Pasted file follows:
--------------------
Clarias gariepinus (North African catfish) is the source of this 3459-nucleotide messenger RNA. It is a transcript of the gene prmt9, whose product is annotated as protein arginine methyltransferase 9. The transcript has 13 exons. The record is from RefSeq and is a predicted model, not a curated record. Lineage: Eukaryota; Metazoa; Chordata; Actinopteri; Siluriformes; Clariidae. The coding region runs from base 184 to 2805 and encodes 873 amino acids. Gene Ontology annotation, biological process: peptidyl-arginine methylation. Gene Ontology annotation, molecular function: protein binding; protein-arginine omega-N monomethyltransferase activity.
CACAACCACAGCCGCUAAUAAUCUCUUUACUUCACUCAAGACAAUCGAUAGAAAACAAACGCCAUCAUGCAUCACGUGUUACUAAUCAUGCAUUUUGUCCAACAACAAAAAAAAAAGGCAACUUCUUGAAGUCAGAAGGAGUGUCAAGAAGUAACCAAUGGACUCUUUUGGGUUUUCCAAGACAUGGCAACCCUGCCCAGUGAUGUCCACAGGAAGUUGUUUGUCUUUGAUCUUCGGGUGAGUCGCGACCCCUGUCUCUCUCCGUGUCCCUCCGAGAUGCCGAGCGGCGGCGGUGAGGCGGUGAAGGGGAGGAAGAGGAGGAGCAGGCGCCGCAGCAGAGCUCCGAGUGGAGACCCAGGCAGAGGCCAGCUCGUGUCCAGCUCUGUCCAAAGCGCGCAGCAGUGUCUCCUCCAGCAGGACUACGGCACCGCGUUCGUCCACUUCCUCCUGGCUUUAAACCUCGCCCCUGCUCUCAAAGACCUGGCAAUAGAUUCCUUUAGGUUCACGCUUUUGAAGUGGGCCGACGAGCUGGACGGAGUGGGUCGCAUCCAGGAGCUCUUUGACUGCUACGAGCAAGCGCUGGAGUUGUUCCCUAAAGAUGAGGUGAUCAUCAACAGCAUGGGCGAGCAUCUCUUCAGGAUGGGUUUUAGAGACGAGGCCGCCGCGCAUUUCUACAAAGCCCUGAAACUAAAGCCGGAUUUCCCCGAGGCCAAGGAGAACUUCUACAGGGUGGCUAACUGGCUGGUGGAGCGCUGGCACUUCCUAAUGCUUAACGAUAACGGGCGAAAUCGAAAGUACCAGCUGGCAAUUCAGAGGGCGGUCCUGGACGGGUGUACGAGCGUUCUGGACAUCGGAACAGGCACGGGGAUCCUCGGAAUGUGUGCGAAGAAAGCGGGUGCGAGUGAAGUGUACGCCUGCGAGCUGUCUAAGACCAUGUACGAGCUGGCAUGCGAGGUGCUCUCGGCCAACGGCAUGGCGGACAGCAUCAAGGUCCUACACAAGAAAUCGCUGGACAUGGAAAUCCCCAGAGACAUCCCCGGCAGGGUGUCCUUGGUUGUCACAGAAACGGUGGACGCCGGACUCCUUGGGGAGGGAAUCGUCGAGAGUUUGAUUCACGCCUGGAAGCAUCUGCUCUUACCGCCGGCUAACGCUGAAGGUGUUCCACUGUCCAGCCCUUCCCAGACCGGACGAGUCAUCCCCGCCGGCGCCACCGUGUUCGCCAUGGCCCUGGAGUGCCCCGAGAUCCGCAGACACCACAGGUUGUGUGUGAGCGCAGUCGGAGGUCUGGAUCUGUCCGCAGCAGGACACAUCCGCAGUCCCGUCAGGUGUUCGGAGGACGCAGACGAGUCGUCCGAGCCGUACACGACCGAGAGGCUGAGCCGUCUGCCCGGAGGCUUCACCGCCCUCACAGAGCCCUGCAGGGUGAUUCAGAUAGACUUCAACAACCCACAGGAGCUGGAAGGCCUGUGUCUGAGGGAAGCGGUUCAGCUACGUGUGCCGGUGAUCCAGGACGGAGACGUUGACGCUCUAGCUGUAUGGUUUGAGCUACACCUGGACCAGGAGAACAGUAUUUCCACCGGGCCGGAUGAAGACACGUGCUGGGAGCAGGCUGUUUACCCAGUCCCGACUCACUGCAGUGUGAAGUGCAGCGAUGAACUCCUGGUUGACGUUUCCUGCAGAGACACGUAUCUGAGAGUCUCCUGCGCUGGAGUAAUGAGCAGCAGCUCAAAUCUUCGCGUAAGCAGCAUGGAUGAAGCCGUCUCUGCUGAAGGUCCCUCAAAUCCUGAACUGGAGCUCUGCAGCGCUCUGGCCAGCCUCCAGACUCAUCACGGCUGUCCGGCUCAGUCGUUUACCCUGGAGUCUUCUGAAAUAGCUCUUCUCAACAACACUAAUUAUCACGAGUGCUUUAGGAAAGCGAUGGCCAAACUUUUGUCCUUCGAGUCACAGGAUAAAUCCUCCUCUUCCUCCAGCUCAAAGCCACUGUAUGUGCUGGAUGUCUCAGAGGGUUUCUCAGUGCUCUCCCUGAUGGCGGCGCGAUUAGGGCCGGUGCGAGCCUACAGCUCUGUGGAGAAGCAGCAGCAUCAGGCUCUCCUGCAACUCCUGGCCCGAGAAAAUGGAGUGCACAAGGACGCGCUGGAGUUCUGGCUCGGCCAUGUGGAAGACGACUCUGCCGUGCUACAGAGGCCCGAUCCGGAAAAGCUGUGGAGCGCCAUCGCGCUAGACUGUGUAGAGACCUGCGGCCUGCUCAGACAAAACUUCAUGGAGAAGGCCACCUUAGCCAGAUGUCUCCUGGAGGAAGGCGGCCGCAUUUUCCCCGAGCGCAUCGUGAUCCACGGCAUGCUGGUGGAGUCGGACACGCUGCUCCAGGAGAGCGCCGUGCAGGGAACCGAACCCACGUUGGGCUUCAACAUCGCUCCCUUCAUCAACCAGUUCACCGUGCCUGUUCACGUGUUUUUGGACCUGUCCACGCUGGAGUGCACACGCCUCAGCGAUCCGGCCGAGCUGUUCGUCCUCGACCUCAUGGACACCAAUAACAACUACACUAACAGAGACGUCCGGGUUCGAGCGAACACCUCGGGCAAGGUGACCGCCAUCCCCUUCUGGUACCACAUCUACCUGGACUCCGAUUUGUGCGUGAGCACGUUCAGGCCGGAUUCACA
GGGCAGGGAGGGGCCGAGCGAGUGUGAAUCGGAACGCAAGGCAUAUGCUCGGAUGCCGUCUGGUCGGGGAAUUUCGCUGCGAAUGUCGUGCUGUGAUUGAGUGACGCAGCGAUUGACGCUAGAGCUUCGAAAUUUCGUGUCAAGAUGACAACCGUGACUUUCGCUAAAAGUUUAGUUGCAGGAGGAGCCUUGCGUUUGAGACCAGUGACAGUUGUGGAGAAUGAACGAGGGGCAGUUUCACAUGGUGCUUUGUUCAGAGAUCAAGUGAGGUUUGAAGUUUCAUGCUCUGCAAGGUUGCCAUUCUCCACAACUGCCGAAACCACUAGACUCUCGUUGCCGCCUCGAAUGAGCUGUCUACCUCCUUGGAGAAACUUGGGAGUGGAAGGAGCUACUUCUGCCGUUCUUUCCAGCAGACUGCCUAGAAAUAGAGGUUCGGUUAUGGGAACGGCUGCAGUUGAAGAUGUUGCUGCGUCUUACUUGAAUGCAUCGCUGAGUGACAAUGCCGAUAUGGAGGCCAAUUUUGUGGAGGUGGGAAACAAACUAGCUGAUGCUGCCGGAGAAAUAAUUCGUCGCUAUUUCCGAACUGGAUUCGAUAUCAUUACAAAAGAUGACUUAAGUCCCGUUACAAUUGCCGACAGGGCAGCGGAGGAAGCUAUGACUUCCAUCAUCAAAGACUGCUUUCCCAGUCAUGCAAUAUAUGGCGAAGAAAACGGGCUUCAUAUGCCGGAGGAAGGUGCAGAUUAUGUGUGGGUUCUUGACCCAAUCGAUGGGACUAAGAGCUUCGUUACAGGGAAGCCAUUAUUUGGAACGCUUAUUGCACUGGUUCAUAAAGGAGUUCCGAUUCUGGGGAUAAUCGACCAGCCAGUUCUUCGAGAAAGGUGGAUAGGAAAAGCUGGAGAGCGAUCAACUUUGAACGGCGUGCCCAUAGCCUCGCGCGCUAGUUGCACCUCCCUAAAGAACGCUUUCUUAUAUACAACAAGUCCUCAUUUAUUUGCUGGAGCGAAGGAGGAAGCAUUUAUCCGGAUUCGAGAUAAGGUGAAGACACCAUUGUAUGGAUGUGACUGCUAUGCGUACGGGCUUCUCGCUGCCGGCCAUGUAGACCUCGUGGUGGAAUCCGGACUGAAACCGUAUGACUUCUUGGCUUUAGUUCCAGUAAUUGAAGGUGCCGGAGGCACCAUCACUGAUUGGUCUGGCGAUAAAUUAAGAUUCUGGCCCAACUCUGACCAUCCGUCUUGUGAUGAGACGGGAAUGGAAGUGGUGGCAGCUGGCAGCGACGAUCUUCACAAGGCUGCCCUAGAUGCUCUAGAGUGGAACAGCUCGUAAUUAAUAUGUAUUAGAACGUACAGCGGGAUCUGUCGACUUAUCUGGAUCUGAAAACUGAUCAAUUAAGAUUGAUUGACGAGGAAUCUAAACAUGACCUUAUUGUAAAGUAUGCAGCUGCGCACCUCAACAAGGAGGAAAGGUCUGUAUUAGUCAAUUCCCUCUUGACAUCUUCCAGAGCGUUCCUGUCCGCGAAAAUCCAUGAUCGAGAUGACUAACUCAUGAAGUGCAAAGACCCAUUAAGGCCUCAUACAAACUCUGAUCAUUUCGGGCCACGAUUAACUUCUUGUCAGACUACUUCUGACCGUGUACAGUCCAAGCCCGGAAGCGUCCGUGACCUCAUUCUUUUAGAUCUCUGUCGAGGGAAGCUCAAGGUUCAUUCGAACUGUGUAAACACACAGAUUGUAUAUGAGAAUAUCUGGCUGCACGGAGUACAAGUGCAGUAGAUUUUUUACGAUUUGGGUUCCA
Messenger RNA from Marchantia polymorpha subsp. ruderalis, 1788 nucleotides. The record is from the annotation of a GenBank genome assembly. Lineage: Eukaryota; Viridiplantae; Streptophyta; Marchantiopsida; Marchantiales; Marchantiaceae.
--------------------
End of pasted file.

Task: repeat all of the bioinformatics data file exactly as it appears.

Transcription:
Clarias gariepinus (North African catfish) is the source of this 3459-nucleotide messenger RNA. It is a transcript of the gene prmt9, whose product is annotated as protein arginine methyltransferase 9. The transcript has 13 exons. The record is from RefSeq and is a predicted model, not a curated record. Lineage: Eukaryota; Metazoa; Chordata; Actinopteri; Siluriformes; Clariidae. The coding region runs from base 184 to 2805 and encodes 873 amino acids. Gene Ontology annotation, biological process: peptidyl-arginine methylation. Gene Ontology annotation, molecular function: protein binding; protein-arginine omega-N monomethyltransferase activity.
CACAACCACAGCCGCUAAUAAUCUCUUUACUUCACUCAAGACAAUCGAUAGAAAACAAACGCCAUCAUGCAUCACGUGUUACUAAUCAUGCAUUUUGUCCAACAACAAAAAAAAAAGGCAACUUCUUGAAGUCAGAAGGAGUGUCAAGAAGUAACCAAUGGACUCUUUUGGGUUUUCCAAGACAUGGCAACCCUGCCCAGUGAUGUCCACAGGAAGUUGUUUGUCUUUGAUCUUCGGGUGAGUCGCGACCCCUGUCUCUCUCCGUGUCCCUCCGAGAUGCCGAGCGGCGGCGGUGAGGCGGUGAAGGGGAGGAAGAGGAGGAGCAGGCGCCGCAGCAGAGCUCCGAGUGGAGACCCAGGCAGAGGCCAGCUCGUGUCCAGCUCUGUCCAAAGCGCGCAGCAGUGUCUCCUCCAGCAGGACUACGGCACCGCGUUCGUCCACUUCCUCCUGGCUUUAAACCUCGCCCCUGCUCUCAAAGACCUGGCAAUAGAUUCCUUUAGGUUCACGCUUUUGAAGUGGGCCGACGAGCUGGACGGAGUGGGUCGCAUCCAGGAGCUCUUUGACUGCUACGAGCAAGCGCUGGAGUUGUUCCCUAAAGAUGAGGUGAUCAUCAACAGCAUGGGCGAGCAUCUCUUCAGGAUGGGUUUUAGAGACGAGGCCGCCGCGCAUUUCUACAAAGCCCUGAAACUAAAGCCGGAUUUCCCCGAGGCCAAGGAGAACUUCUACAGGGUGGCUAACUGGCUGGUGGAGCGCUGGCACUUCCUAAUGCUUAACGAUAACGGGCGAAAUCGAAAGUACCAGCUGGCAAUUCAGAGGGCGGUCCUGGACGGGUGUACGAGCGUUCUGGACAUCGGAACAGGCACGGGGAUCCUCGGAAUGUGUGCGAAGAAAGCGGGUGCGAGUGAAGUGUACGCCUGCGAGCUGUCUAAGACCAUGUACGAGCUGGCAUGCGAGGUGCUCUCGGCCAACGGCAUGGCGGACAGCAUCAAGGUCCUACACAAGAAAUCGCUGGACAUGGAAAUCCCCAGAGACAUCCCCGGCAGGGUGUCCUUGGUUGUCACAGAAACGGUGGACGCCGGACUCCUUGGGGAGGGAAUCGUCGAGAGUUUGAUUCACGCCUGGAAGCAUCUGCUCUUACCGCCGGCUAACGCUGAAGGUGUUCCACUGUCCAGCCCUUCCCAGACCGGACGAGUCAUCCCCGCCGGCGCCACCGUGUUCGCCAUGGCCCUGGAGUGCCCCGAGAUCCGCAGACACCACAGGUUGUGUGUGAGCGCAGUCGGAGGUCUGGAUCUGUCCGCAGCAGGACACAUCCGCAGUCCCGUCAGGUGUUCGGAGGACGCAGACGAGUCGUCCGAGCCGUACACGACCGAGAGGCUGAGCCGUCUGCCCGGAGGCUUCACCGCCCUCACAGAGCCCUGCAGGGUGAUUCAGAUAGACUUCAACAACCCACAGGAGCUGGAAGGCCUGUGUCUGAGGGAAGCGGUUCAGCUACGUGUGCCGGUGAUCCAGGACGGAGACGUUGACGCUCUAGCUGUAUGGUUUGAGCUACACCUGGACCAGGAGAACAGUAUUUCCACCGGGCCGGAUGAAGACACGUGCUGGGAGCAGGCUGUUUACCCAGUCCCGACUCACUGCAGUGUGAAGUGCAGCGAUGAACUCCUGGUUGACGUUUCCUGCAGAGACACGUAUCUGAGAGUCUCCUGCGCUGGAGUAAUGAGCAGCAGCUCAAAUCUUCGCGUAAGCAGCAUGGAUGAAGCCGUCUCUGCUGAAGGUCCCUCAAAUCCUGAACUGGAGCUCUGCAGCGCUCUGGCCAGCCUCCAGACUCAUCACGGCUGUCCGGCUCAGUCGUUUACCCUGGAGUCUUCUGAAAUAGCUCUUCUCAACAACACUAAUUAUCACGAGUGCUUUAGGAAAGCGAUGGCCAAACUUUUGUCCUUCGAGUCACAGGAUAAAUCCUCCUCUUCCUCCAGCUCAAAGCCACUGUAUGUGCUGGAUGUCUCAGAGGGUUUCUCAGUGCUCUCCCUGAUGGCGGCGCGAUUAGGGCCGGUGCGAGCCUACAGCUCUGUGGAGAAGCAGCAGCAUCAGGCUCUCCUGCAACUCCUGGCCCGAGAAAAUGGAGUGCACAAGGACGCGCUGGAGUUCUGGCUCGGCCAUGUGGAAGACGACUCUGCCGUGCUACAGAGGCCCGAUCCGGAAAAGCUGUGGAGCGCCAUCGCGCUAGACUGUGUAGAGACCUGCGGCCUGCUCAGACAAAACUUCAUGGAGAAGGCCACCUUAGCCAGAUGUCUCCUGGAGGAAGGCGGCCGCAUUUUCCCCGAGCGCAUCGUGAUCCACGGCAUGCUGGUGGAGUCGGACACGCUGCUCCAGGAGAGCGCCGUGCAGGGAACCGAACCCACGUUGGGCUUCAACAUCGCUCCCUUCAUCAACCAGUUCACCGUGCCUGUUCACGUGUUUUUGGACCUGUCCACGCUGGAGUGCACACGCCUCAGCGAUCCGGCCGAGCUGUUCGUCCUCGACCUCAUGGACACCAAUAACAACUACACUAACAGAGACGUCCGGGUUCGAGCGAACACCUCGGGCAAGGUGACCGCCAUCCCCUUCUGGUACCACAUCUACCUGGACUCCGAUUUGUGCGUGAGCACGUUCAGGCCGGAUUCACA
GGGCAGGGAGGGGCCGAGCGAGUGUGAAUCGGAACGCAAGGCAUAUGCUCGGAUGCCGUCUGGUCGGGGAAUUUCGCUGCGAAUGUCGUGCUGUGAUUGAGUGACGCAGCGAUUGACGCUAGAGCUUCGAAAUUUCGUGUCAAGAUGACAACCGUGACUUUCGCUAAAAGUUUAGUUGCAGGAGGAGCCUUGCGUUUGAGACCAGUGACAGUUGUGGAGAAUGAACGAGGGGCAGUUUCACAUGGUGCUUUGUUCAGAGAUCAAGUGAGGUUUGAAGUUUCAUGCUCUGCAAGGUUGCCAUUCUCCACAACUGCCGAAACCACUAGACUCUCGUUGCCGCCUCGAAUGAGCUGUCUACCUCCUUGGAGAAACUUGGGAGUGGAAGGAGCUACUUCUGCCGUUCUUUCCAGCAGACUGCCUAGAAAUAGAGGUUCGGUUAUGGGAACGGCUGCAGUUGAAGAUGUUGCUGCGUCUUACUUGAAUGCAUCGCUGAGUGACAAUGCCGAUAUGGAGGCCAAUUUUGUGGAGGUGGGAAACAAACUAGCUGAUGCUGCCGGAGAAAUAAUUCGUCGCUAUUUCCGAACUGGAUUCGAUAUCAUUACAAAAGAUGACUUAAGUCCCGUUACAAUUGCCGACAGGGCAGCGGAGGAAGCUAUGACUUCCAUCAUCAAAGACUGCUUUCCCAGUCAUGCAAUAUAUGGCGAAGAAAACGGGCUUCAUAUGCCGGAGGAAGGUGCAGAUUAUGUGUGGGUUCUUGACCCAAUCGAUGGGACUAAGAGCUUCGUUACAGGGAAGCCAUUAUUUGGAACGCUUAUUGCACUGGUUCAUAAAGGAGUUCCGAUUCUGGGGAUAAUCGACCAGCCAGUUCUUCGAGAAAGGUGGAUAGGAAAAGCUGGAGAGCGAUCAACUUUGAACGGCGUGCCCAUAGCCUCGCGCGCUAGUUGCACCUCCCUAAAGAACGCUUUCUUAUAUACAACAAGUCCUCAUUUAUUUGCUGGAGCGAAGGAGGAAGCAUUUAUCCGGAUUCGAGAUAAGGUGAAGACACCAUUGUAUGGAUGUGACUGCUAUGCGUACGGGCUUCUCGCUGCCGGCCAUGUAGACCUCGUGGUGGAAUCCGGACUGAAACCGUAUGACUUCUUGGCUUUAGUUCCAGUAAUUGAAGGUGCCGGAGGCACCAUCACUGAUUGGUCUGGCGAUAAAUUAAGAUUCUGGCCCAACUCUGACCAUCCGUCUUGUGAUGAGACGGGAAUGGAAGUGGUGGCAGCUGGCAGCGACGAUCUUCACAAGGCUGCCCUAGAUGCUCUAGAGUGGAACAGCUCGUAAUUAAUAUGUAUUAGAACGUACAGCGGGAUCUGUCGACUUAUCUGGAUCUGAAAACUGAUCAAUUAAGAUUGAUUGACGAGGAAUCUAAACAUGACCUUAUUGUAAAGUAUGCAGCUGCGCACCUCAACAAGGAGGAAAGGUCUGUAUUAGUCAAUUCCCUCUUGACAUCUUCCAGAGCGUUCCUGUCCGCGAAAAUCCAUGAUCGAGAUGACUAACUCAUGAAGUGCAAAGACCCAUUAAGGCCUCAUACAAACUCUGAUCAUUUCGGGCCACGAUUAACUUCUUGUCAGACUACUUCUGACCGUGUACAGUCCAAGCCCGGAAGCGUCCGUGACCUCAUUCUUUUAGAUCUCUGUCGAGGGAAGCUCAAGGUUCAUUCGAACUGUGUAAACACACAGAUUGUAUAUGAGAAUAUCUGGCUGCACGGAGUACAAGUGCAGUAGAUUUUUUACGAUUUGGGUUCCA
Messenger RNA from Marchantia polymorpha subsp. ruderalis, 1788 nucleotides. The record is from the annotation of a GenBank genome assembly. Lineage: Eukaryota; Viridiplantae; Streptophyta; Marchantiopsida; Marchantiales; Marchantiaceae.